Appropriate intervention begins with the assessment. The individual with UI can help determine the type by describing the UI pattern to the HCP. A voiding record will help to identify the cause and this usually includes: time and amount of each urination, activities at the time of incontinence (e.g. sneezing, etc., the amount and types of liquids, including frozen liquids consumed, and whether they contained caffeine). The impact of UI on activities and daily routine should also be included.
Treatment of UI is dependent on the etiology. Management can include invasive or non-invasive methods such as: medications (anticholinergic, estrogen, tricyclic antidepressant), pelvic floor physiotherapy, bladder training, Kegel exercises (in men, this may be used post- prostate surgery, after the catheter is removed), electrical stimulation, urethral bulking agents, sacral nerve stimulation, pessaries, and surgery. There is a place for absorbent products; however, they are not a treatment. If absorbent products are used, skin protection and a moisture barrier is necessary.
Nurses are key to the education of the individual in the treatment regimen. The goals of self-management and adherence can be supported by using the Teach Back method. Studies have shown that 40-80 percent of the medical information patients receive is forgotten immediately and almost half of the information retained is incorrect. Nurses can fill this gap by asking the individual to repeat in her/his own words what she/he needs to know and do. Try to limit the yes/no questions. Teach Back is a good way to confirm that the information that has been provided is understood by the individual.
Visits with the Health Care Provider
Items to take to the first visit to the HCP for UI should include the voiding diary, the medication list (prescribed, over the counter vitamins and herbal supplements), and questions to be asked. The office visit may include a pelvic exam and a cough stress test for women and a prostate exam for men. A urine sample may be done. The situations usually referred to a urologist may be: hematuria, stress incontinence with a cystocele (pessary may be useful), urinary retention with a high post-void residual. The urologist will help to determine if it is neurologic, obstructive or pharmacologic related.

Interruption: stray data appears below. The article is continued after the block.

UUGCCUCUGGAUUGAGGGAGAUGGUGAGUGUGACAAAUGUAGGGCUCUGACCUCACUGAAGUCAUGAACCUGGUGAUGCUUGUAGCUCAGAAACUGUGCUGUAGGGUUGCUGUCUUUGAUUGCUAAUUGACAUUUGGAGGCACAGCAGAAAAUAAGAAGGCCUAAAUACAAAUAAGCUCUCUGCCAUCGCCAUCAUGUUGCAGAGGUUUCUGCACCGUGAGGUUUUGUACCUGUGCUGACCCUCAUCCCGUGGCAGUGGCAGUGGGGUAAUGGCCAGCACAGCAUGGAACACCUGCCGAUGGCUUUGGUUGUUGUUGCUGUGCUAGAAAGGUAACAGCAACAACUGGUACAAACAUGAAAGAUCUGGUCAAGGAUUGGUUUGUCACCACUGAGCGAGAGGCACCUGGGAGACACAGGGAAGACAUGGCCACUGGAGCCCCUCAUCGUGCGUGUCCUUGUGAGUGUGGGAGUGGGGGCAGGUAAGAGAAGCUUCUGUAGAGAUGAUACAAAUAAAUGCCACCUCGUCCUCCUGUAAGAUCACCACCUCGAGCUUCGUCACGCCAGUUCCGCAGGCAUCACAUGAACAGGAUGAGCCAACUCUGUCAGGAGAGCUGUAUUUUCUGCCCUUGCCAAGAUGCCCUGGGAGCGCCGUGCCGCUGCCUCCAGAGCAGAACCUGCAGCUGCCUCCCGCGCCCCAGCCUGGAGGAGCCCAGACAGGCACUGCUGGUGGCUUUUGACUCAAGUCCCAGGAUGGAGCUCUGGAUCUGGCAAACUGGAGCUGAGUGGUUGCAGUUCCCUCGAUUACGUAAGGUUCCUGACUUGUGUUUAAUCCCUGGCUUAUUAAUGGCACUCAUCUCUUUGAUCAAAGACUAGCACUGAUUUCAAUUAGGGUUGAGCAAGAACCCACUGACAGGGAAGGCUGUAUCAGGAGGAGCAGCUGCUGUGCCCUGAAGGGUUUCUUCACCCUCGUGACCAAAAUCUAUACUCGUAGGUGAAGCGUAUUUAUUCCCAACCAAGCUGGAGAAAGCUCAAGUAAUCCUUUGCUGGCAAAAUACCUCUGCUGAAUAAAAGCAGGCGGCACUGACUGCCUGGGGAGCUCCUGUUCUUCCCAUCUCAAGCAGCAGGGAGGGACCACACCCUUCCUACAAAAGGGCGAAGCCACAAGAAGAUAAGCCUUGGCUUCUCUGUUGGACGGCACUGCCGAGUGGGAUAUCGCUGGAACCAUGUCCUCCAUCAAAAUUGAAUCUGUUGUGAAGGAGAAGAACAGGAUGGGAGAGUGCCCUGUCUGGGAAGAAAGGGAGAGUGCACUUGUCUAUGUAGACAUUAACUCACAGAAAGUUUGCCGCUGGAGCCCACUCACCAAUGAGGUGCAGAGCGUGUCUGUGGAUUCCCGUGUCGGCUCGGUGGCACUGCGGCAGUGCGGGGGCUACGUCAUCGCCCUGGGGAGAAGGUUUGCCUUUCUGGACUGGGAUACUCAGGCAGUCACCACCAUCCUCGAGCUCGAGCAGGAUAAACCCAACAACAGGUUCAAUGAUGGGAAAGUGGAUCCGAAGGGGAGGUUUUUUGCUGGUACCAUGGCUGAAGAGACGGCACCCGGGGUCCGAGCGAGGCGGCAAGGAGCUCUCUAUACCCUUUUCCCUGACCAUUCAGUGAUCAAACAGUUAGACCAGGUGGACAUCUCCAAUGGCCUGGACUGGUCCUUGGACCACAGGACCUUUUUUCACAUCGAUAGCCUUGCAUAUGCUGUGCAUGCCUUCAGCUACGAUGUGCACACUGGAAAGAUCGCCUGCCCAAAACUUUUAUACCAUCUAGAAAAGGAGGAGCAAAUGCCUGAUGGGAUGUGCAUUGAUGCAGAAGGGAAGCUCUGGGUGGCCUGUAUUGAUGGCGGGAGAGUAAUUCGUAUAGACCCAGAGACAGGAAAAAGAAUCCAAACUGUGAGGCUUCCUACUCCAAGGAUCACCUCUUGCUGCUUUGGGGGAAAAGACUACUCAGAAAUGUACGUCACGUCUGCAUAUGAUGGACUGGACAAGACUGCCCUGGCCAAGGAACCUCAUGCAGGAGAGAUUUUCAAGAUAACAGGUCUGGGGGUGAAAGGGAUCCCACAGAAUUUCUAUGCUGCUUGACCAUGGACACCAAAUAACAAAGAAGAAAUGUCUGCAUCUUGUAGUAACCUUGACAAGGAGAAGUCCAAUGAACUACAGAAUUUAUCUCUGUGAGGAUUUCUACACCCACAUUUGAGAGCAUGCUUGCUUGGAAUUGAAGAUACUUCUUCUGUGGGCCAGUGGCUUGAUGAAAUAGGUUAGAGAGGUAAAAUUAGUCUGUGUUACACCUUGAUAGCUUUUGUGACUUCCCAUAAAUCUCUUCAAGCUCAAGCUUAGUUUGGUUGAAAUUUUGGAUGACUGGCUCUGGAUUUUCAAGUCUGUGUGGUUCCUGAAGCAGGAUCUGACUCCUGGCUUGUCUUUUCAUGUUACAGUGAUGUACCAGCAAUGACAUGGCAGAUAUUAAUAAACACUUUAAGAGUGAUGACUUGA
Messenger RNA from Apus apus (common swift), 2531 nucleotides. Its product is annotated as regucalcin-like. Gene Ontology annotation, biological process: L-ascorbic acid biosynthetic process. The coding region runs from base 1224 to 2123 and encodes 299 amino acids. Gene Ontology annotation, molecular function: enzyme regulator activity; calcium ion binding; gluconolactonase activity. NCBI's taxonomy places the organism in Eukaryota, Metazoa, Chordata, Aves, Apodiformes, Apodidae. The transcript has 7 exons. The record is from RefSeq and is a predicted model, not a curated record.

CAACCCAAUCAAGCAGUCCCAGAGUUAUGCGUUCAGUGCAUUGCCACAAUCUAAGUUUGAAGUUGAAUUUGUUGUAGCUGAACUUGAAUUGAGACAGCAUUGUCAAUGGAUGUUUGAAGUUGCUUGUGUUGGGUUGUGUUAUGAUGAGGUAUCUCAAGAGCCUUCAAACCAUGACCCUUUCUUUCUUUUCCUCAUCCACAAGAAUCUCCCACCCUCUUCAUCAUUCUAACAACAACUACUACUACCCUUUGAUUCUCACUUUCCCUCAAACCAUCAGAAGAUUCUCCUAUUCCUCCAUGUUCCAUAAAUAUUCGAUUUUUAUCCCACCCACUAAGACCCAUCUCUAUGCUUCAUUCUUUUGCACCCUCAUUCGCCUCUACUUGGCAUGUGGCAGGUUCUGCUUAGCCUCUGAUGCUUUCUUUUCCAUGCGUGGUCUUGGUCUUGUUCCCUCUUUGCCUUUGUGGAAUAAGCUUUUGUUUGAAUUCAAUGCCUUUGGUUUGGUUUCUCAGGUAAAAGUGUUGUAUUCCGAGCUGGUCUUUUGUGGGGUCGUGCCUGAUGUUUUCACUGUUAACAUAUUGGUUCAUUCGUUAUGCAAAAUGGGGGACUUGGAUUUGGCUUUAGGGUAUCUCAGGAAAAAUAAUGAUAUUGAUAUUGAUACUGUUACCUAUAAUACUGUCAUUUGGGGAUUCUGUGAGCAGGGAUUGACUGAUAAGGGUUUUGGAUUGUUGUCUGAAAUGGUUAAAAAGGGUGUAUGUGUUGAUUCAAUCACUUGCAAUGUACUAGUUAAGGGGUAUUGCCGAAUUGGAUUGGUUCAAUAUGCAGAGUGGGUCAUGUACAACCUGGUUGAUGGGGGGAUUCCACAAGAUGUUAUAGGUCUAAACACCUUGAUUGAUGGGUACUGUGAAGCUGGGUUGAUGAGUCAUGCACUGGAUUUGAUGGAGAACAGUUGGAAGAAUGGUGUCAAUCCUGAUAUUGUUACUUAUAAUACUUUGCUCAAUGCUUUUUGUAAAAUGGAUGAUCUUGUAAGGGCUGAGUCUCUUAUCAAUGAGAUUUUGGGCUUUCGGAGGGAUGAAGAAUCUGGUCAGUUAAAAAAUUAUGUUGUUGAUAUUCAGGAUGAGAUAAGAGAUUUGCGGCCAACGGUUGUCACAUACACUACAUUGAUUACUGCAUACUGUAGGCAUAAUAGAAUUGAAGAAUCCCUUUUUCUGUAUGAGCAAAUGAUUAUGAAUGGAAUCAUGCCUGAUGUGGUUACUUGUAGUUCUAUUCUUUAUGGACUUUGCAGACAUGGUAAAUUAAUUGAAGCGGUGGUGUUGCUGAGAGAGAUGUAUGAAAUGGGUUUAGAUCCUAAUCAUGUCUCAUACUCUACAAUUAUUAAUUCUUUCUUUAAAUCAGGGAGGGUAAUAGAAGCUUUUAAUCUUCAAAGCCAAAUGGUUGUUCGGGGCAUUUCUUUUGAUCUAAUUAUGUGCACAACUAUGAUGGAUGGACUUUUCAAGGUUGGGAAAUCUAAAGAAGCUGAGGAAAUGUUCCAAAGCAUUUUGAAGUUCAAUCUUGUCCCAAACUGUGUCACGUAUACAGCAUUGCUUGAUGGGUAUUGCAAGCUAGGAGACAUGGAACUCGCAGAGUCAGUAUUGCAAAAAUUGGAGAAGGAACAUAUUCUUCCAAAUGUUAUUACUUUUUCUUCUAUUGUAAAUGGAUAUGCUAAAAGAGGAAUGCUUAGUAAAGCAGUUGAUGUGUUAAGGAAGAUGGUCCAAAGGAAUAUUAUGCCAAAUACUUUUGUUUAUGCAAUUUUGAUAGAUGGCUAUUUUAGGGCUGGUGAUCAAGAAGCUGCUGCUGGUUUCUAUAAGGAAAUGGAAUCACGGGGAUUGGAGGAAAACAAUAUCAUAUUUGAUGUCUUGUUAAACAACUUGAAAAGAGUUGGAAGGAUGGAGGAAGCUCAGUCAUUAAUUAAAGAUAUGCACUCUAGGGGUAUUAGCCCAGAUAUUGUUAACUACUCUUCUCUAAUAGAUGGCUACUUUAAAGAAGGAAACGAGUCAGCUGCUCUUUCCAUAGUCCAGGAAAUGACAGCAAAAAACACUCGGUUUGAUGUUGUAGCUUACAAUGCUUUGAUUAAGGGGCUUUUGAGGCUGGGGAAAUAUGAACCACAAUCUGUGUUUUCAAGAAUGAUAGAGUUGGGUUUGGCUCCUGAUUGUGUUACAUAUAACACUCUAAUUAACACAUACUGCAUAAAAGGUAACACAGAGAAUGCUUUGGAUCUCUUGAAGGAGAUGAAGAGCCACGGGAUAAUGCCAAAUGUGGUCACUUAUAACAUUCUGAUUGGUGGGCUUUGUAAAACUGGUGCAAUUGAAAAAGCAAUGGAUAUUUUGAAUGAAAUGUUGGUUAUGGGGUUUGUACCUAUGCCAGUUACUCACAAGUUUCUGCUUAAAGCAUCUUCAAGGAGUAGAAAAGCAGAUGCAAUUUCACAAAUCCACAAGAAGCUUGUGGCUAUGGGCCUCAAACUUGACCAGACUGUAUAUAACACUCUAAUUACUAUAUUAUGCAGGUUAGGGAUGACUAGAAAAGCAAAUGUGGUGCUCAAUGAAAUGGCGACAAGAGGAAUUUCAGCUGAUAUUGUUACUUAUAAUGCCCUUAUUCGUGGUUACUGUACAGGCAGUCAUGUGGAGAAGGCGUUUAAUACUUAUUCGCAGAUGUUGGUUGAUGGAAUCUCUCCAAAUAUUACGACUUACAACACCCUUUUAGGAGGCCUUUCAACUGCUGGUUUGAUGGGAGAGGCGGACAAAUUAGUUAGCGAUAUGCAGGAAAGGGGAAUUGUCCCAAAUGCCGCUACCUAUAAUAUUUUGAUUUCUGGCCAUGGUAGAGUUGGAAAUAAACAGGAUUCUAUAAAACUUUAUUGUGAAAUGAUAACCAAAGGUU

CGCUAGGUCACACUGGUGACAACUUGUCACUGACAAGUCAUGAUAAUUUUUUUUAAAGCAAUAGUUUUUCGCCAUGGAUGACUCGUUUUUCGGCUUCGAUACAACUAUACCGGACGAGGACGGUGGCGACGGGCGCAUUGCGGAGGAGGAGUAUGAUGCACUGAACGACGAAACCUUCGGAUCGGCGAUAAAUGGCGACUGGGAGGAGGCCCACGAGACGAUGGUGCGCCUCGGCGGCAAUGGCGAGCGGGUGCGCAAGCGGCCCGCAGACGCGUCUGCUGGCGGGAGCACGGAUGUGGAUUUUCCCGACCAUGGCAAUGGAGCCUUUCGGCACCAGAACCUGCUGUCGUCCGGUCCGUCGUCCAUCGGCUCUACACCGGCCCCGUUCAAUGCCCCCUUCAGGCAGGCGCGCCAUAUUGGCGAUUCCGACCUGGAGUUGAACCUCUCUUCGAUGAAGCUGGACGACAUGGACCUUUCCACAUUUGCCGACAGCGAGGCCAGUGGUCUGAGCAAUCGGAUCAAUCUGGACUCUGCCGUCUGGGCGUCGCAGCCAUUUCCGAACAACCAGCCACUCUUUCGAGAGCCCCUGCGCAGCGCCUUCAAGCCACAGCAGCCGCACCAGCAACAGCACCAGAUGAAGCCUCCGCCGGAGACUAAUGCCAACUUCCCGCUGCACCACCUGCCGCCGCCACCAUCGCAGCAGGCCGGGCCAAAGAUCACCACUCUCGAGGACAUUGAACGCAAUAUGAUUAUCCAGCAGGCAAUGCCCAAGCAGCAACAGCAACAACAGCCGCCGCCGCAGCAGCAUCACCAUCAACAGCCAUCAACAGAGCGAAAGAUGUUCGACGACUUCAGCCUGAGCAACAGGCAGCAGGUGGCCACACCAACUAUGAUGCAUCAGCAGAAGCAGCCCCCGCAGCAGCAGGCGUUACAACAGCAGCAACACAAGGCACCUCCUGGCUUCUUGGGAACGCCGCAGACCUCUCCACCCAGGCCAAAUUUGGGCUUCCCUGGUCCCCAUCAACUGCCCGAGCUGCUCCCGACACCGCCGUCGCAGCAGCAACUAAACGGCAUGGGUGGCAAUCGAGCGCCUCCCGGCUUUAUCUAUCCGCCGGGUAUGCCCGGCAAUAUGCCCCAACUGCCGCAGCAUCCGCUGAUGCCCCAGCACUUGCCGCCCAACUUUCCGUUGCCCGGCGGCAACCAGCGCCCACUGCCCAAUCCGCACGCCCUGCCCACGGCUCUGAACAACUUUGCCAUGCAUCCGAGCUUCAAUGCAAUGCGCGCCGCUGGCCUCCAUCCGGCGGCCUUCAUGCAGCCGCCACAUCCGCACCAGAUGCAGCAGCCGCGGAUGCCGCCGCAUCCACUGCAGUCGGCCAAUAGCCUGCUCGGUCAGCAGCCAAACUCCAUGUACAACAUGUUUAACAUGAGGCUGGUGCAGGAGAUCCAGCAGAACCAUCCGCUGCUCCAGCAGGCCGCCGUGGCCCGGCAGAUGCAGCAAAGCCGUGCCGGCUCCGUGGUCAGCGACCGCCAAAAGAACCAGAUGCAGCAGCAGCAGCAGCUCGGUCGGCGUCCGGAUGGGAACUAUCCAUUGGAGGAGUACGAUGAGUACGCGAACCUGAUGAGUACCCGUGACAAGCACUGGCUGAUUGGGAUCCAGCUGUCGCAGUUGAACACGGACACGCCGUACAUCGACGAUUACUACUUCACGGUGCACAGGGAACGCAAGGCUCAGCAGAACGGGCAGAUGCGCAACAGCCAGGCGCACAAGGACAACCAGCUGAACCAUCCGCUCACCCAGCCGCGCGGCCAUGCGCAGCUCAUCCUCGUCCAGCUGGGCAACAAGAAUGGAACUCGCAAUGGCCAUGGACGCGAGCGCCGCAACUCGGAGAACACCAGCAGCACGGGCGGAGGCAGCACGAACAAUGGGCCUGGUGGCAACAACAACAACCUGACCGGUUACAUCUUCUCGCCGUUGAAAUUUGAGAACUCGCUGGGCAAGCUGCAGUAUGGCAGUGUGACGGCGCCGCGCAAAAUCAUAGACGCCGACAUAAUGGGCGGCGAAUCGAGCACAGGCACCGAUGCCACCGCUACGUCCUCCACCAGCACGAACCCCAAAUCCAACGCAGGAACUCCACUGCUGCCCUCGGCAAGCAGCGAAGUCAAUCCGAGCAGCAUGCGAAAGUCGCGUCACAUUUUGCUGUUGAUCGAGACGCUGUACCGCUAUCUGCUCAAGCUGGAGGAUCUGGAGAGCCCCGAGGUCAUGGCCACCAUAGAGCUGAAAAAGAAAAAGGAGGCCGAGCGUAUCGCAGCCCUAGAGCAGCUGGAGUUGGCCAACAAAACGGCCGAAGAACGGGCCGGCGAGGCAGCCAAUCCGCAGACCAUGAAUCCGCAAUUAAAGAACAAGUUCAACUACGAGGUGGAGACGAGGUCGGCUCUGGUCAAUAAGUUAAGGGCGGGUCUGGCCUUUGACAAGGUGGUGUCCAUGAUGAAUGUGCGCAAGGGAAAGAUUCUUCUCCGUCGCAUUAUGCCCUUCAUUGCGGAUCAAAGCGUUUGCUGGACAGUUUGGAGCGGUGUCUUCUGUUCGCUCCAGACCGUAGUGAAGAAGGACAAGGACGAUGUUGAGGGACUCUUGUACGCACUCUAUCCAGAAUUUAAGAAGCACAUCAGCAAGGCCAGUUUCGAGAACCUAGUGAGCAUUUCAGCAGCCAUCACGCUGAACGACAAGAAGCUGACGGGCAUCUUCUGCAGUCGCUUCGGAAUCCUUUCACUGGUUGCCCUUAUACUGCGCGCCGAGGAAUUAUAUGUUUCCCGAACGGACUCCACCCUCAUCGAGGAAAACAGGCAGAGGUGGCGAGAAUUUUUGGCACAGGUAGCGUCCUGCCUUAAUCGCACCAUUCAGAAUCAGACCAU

Good discussions about the treatment plan can help to avoid frequent office visits because the individual will feel confident in the plan and know when to call about side effects or problems. Subsequent office visits, if needed, would include a review of symptoms and response and adherence to the treatment regimen. Set goals for the next visit until the problem is controlled with the appropriate treatment plan. Medications are commonly prescribed for stress, urge, and mixed UI. Adherence to the medication regimen is sometimes a challenge because of the side effects, so adherence should be addressed with each visit.
UI of any type is a treatable medical condition. All nurses can help to facilitate the discussion between the individual and the heath care provider by asking the initial question about accidental loss of urine and listing the questions to ask the HCP. Remind the individual to take the voiding diary, medication list, and list of questions to the appointment with the HCP.
Geriatric Syndromes and LTC Nursing
Submitted by Linda Bub, MSN, RN, GCNS-BC and Beth Culross, PhD(c), RN, GCNS-BC, CRRN